Here are 10 questions I recommend asking eating disorder therapy counselors:

1. What is your experience working with eating disorder (anorexia or bulimia specifically) patients? Please describe.
2. How does your bulimia therapy (or anorexia) work? What methods have you used to treat someone with my condition?
3. What is your position on medications like anti-depressants during therapy?
4. Why did you become an eating disorder therapist?
5. Do you ever recommend alternative therapies that I can participate in while under your treatment? (i.e. yoga, hypnosis, acupuncture, etc.) Please describe.
6. How often will we meet? How long will our sessions be? How long do you anticipate treatment will continue (how many weeks/months or number of sessions)?
7. What are your fees?
8. Do you accept insurance?
9. Do you provide your cell phone number to your patients?
10. What do you expect of your patients?

I know… that’s a lot to cover in 10 minutes!

The therapist will probably block out at least 15 minutes for the call, so talk quickly and listen attentively.  Be brief, but try to get a sense for whether you like what you hear and feel they’re competent and capable of helping you.  Tell each one that you’ll be in touch if you’d like to schedule a first session after you have completed all of your interviews.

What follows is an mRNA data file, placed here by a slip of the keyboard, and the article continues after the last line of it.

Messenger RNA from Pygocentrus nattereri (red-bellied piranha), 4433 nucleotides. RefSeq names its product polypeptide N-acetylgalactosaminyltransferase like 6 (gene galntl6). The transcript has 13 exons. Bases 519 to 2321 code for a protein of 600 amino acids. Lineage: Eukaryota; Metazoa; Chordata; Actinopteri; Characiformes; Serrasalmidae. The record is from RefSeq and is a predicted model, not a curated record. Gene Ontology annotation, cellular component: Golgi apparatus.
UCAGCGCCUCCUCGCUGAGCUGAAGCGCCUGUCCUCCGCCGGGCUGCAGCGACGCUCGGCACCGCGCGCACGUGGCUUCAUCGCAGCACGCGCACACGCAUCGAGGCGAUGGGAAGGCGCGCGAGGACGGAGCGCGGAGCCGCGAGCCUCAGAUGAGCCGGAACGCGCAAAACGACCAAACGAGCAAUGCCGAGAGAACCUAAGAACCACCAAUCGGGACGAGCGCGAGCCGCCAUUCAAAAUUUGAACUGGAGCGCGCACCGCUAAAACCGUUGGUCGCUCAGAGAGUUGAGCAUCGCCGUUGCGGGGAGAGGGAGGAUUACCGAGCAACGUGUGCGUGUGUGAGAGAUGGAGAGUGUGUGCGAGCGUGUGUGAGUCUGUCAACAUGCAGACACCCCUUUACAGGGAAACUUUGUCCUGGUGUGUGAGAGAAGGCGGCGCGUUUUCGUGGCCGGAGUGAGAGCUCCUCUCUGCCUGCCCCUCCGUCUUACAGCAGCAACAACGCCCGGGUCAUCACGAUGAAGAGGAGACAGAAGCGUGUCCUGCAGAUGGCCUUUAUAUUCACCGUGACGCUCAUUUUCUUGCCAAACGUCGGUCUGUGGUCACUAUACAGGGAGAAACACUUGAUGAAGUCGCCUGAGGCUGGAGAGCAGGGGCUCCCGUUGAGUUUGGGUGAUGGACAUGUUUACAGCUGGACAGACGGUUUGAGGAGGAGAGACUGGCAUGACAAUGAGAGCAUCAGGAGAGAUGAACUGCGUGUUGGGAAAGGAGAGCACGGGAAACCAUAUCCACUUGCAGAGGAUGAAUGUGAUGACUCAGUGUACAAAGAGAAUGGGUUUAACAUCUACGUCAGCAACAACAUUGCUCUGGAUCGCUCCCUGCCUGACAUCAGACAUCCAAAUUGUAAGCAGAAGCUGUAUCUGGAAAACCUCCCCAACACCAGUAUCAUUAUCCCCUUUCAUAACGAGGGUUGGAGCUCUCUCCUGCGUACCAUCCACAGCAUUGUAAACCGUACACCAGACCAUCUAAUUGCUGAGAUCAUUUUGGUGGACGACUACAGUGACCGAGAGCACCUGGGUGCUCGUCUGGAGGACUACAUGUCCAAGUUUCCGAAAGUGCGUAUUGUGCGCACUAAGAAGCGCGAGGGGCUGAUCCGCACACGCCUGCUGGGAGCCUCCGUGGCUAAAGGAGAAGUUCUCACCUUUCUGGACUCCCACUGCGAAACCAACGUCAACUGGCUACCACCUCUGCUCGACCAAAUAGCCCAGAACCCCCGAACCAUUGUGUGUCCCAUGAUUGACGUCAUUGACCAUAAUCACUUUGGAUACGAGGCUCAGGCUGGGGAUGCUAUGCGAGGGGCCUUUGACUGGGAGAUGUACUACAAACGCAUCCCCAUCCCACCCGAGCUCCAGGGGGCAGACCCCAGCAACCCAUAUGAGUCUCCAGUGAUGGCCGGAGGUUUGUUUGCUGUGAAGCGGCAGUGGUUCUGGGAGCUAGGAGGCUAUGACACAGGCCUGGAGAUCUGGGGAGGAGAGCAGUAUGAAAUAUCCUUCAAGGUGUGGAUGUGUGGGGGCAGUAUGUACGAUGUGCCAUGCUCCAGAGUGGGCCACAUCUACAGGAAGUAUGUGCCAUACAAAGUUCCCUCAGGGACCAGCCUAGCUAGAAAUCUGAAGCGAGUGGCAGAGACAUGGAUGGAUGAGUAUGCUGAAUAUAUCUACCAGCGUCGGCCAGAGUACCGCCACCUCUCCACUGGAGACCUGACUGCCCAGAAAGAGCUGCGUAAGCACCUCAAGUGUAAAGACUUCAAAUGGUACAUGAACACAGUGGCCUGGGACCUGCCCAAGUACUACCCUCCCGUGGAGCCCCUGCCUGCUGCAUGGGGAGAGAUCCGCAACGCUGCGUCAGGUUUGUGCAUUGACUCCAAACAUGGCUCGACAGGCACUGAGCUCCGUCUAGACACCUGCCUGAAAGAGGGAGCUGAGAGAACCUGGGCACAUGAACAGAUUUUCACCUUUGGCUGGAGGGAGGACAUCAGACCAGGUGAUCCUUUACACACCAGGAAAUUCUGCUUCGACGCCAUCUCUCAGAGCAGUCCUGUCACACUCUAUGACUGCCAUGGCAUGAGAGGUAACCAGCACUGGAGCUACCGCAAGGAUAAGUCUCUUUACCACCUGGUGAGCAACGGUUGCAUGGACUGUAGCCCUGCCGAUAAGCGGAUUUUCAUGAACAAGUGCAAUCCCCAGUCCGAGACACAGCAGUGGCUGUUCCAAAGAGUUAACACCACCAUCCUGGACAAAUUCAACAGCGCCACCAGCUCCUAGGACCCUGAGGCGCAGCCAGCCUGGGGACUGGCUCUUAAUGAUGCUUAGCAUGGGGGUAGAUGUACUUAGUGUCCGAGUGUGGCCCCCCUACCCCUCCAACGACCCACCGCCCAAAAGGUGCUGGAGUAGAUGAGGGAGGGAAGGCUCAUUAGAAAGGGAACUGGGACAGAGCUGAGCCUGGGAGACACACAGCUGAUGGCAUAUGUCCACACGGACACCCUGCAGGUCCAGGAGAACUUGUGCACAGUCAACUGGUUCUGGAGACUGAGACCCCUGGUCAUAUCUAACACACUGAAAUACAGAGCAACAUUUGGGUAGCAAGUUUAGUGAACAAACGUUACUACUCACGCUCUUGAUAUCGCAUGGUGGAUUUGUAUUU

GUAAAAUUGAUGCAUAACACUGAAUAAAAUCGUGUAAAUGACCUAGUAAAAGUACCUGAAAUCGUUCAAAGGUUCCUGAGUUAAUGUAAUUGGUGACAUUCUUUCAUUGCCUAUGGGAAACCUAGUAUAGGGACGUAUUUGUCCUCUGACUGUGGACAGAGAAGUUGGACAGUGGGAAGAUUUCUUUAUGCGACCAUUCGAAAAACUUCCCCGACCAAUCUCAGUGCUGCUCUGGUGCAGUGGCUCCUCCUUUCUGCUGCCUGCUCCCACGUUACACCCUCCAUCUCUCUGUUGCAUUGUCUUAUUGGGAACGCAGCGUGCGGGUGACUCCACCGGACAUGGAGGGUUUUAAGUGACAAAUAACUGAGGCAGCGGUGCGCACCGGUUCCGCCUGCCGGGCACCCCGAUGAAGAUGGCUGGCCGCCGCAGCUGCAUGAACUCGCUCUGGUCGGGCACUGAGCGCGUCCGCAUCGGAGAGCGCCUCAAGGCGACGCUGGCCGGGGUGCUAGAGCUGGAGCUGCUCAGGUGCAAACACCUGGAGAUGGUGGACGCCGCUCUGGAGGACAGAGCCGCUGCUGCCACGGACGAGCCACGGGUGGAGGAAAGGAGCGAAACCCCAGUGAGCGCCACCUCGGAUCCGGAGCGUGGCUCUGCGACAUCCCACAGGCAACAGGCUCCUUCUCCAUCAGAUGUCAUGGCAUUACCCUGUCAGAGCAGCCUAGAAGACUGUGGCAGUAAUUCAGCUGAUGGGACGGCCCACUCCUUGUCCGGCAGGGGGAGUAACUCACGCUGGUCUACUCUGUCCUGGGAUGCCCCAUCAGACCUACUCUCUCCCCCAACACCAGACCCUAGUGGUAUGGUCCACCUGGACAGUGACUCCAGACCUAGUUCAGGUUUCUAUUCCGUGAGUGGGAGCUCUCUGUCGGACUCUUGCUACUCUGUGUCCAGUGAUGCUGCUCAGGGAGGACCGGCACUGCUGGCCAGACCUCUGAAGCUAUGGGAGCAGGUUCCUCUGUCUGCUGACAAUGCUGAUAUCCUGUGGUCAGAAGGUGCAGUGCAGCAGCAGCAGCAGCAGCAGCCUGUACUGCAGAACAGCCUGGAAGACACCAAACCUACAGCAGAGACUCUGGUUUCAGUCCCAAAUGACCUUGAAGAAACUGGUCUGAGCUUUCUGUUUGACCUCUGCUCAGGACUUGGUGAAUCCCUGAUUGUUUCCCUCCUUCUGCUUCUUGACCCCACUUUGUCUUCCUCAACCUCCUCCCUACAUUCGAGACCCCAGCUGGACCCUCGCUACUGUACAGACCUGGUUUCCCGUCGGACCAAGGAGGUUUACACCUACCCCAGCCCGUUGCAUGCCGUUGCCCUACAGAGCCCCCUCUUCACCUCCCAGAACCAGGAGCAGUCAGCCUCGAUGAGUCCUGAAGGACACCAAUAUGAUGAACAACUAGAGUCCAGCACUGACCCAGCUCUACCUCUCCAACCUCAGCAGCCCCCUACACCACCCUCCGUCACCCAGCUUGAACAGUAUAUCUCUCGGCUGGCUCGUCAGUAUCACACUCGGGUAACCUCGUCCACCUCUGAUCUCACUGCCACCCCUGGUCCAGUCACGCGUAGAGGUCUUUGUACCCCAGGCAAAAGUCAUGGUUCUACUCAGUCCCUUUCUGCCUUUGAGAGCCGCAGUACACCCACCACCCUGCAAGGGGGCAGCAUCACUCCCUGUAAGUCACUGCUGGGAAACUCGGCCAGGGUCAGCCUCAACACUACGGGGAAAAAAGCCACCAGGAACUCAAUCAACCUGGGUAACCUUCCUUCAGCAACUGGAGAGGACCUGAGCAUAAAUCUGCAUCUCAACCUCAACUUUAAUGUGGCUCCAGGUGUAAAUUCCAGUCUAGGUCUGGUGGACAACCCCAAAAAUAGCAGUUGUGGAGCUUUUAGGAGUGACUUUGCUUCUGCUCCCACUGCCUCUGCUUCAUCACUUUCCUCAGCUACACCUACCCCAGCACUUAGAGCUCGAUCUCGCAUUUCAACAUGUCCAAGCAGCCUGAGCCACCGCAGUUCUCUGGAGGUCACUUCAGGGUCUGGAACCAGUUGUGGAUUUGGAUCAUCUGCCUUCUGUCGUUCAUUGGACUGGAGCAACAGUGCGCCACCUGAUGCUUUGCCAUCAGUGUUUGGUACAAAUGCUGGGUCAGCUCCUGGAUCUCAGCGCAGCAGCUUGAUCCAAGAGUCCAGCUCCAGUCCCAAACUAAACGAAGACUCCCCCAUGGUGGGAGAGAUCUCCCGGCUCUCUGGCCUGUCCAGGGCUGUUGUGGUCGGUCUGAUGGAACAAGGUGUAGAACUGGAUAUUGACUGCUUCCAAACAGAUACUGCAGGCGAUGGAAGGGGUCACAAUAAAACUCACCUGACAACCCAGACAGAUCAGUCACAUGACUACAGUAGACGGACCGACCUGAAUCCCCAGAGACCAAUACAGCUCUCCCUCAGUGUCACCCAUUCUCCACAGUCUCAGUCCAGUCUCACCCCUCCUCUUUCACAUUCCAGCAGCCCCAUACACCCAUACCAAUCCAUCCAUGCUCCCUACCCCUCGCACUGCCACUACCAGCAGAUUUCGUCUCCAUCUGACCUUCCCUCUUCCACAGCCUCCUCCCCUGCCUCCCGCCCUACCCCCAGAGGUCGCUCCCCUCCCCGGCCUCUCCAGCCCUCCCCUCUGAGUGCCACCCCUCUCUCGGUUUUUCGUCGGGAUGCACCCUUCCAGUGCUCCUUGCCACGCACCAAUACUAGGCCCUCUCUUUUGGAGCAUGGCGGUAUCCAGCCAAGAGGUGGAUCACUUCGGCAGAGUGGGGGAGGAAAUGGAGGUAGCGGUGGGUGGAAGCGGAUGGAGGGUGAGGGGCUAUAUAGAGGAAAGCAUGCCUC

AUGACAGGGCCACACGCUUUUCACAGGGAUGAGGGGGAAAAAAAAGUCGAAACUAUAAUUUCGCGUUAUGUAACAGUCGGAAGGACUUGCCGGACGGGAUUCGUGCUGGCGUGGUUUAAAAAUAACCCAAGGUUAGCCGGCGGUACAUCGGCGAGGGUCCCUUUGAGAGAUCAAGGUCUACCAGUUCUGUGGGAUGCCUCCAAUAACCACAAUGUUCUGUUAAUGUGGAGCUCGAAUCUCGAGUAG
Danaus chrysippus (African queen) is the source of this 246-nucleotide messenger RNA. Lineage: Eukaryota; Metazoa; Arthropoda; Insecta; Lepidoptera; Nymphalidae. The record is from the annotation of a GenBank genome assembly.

The Next Step: Your First Session

Once you’ve completed all of your phone interviews, time to set up your first session.  If you can narrow it down to one counselor, great.  If not, meet with the ones you felt answered your questions best or had the most experience with helping people like you.

Here are a few ideas of what to look for during your first eating disorder therapy session:

– Your comfort level in their presence.  This is probably the most important factor because if you don’t feel comfortable and free to express yourself with them, you’re not going to open up and allow them to help you.
– Will you be able to move ahead at your own pace?  You don’t want to feel rushed in therapy, yet at the same time is it good to have a little push when you need it.
– Does the therapist project insight and strength? If you don’t have confidence in your counselor and believe they can help you overcome bulimia or anorexia, they’re not going to be as effective as someone who does.
– Could you see this person calling you on your crap?  Yes, I’m serious.  Are they going to let you get away with not doing the inner work or are they capable of tough love and telling it to you straight?

Trust Your Instinct – Don’t Give Up

Remember, you can always change your therapist if you feel that you are not getting the help you need to stop being bulimic.  Sometimes it takes some trial and error to find the right fit.  This is a relationship you will be developing over time, so be sure that the professional you’ve chosen has both the experience and treatment program that will help with your recovery.

If the first eating disorder therapy counselor you choose doesn’t work out, don’t give up.  Trust the messages you get from your intuition.  Your results will also tell you if you’re making progress against your expectations.  If you’re doing the work you’re supposed to and not seeing the results you want, try a different provider or consider other treatments.

Share your experiences with us

If you’ve had the experience of choosing a therapist and would like to share about it, please contact us to let us know what worked [or didn’t work] for you.  We’ll happily share insights and ideas you have with other visitors on this site so we can all learn from each other.